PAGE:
Only Congress

It’s budget time in Washington. According to the Washinton Post, “President Bush will send Congress a $2.39 trillion budget on Monday that cuts environment, agriculture and energy programs while giving large increases to military and homeland security spending.” The President reminded Congress that “we’re at war” – hence the priorities in his new budget.

I tried to remember if the President had ever issued formal declaration of war in the “only Congress can declare war” grade school civics way. Naturally I turned to Google, typing in “President Bush declares war.” Here are just a few of the resulting headlines:

President Bush Declares War on the Environment
President Bush Declares War on Math
President Bush Declares War On Whales and Dolphins
President Bush declares war on fat America
President Bush declares war on UN weapons inspectors
President Bush Declares War on Hollywood
President Bush Declares War on Dock Workers
President Bush Declares War on Gays
President Bush declares war on immigrant cleaning ladies
President Bush Declares War on Ohio
President Bush Declares War On Terrorism
President Bush Declares “War Against Nerds”
President Bush declares war on English language
President Bush declares war on Fresh Veggies

Regulation Sucks

An interesting item on NPR’s All Things Considered today about the regulation of the florist industry in Louisiana. As it turns out, in Louisiana (and no other state) you need a permit to sell flowers. In order to obtain that permit, you need to pass an exam. The exam involves practical tests of techniques that are no longer relevant in the modern florist industry and is therefore extremely difficult to pass. What’s more, the test is judged by existing licensed florists who have no reason to welcome more competition in the industry. A legal activist group is now seeking to overturn this regulatory requirement. Only in Louisiana could it happen that you need to pass a test to sell a flower, but not to buy a gun.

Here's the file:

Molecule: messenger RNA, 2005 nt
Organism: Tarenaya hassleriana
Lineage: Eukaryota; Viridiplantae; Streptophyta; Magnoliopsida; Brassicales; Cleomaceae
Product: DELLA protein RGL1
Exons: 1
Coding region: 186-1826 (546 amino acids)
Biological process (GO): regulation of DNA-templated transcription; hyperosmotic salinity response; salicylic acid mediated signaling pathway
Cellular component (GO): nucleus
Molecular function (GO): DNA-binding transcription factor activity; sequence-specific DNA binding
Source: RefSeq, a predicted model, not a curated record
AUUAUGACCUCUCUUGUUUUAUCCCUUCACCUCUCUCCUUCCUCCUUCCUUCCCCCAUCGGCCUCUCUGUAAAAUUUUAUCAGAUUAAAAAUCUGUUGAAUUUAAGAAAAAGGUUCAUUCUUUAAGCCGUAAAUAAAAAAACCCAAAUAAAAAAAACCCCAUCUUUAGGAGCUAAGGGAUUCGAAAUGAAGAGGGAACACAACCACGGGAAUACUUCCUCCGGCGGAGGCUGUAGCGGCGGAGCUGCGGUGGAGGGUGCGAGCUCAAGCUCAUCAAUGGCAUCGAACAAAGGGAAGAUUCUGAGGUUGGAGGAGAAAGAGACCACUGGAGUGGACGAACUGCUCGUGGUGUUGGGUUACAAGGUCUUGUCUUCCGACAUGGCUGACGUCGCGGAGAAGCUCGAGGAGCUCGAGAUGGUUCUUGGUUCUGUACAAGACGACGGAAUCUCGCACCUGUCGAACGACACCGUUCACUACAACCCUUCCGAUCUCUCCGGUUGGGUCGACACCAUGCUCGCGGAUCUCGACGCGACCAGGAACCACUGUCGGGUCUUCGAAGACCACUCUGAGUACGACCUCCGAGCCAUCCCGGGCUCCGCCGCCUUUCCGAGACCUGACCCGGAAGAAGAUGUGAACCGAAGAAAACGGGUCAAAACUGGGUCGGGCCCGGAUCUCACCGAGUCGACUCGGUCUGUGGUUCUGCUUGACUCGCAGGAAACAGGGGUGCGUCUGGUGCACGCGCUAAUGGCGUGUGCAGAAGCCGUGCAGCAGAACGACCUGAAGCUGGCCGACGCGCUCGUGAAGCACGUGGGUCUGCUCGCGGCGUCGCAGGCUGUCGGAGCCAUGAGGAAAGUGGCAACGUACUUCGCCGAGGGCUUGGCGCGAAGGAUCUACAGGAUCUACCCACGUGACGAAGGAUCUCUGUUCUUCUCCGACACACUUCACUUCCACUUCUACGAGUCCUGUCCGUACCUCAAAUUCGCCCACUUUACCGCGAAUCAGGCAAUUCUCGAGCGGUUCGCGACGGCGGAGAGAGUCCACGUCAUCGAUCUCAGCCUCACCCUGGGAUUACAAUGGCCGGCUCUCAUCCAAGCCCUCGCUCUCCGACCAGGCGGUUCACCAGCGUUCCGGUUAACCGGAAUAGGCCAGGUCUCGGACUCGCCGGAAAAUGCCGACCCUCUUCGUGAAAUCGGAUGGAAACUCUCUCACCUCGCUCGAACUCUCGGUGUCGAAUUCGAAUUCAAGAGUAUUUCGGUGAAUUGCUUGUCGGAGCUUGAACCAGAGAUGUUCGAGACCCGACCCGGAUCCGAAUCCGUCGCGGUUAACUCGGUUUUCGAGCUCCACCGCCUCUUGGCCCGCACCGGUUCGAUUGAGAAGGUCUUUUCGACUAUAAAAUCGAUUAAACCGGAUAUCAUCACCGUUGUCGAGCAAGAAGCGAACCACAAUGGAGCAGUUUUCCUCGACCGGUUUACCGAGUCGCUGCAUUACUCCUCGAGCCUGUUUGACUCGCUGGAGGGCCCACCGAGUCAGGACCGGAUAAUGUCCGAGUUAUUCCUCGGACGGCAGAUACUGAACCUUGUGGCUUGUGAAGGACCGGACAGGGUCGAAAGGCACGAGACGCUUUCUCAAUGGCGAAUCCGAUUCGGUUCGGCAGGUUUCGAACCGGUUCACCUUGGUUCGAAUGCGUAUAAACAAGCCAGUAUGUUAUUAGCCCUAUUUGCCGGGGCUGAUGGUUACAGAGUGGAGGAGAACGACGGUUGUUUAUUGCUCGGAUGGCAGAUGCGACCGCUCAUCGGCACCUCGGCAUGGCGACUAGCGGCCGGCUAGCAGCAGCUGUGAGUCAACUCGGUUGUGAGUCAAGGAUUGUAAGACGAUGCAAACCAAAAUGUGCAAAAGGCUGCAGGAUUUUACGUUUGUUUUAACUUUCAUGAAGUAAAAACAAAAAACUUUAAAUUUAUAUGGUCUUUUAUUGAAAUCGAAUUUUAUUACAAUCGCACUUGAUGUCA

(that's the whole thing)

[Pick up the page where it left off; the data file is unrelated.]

I offer this tidbit as a counterpoint to my article from a while back: Deregulation Sucks. Perhaps in the interest of not seeming totally self-contradictory I should modify that statement a bit. The purpose of government, and therefore the purpose of governmental regulation, is to serve the public good. In the flower-arranging case, what possible public good is served by requiring licenses of florists? No-one is going to be damaged by getting a dud bunch of dahlias and even if they were, market forces are going to fix that problem pretty quick. Floristry isn’t a wide-scale public need, like electricity or transport. So maybe I ought to say that regulation, or the lack of it as the case may be, sucks whenever the public good isn’t being served.

Race: Not a Black and White Issue

Interesting story about a man who refused to answer the “What is your Race” question on a form when applying for security clearance. It raises some interesting questions about what race is, and equally important, why people want an answer to the question.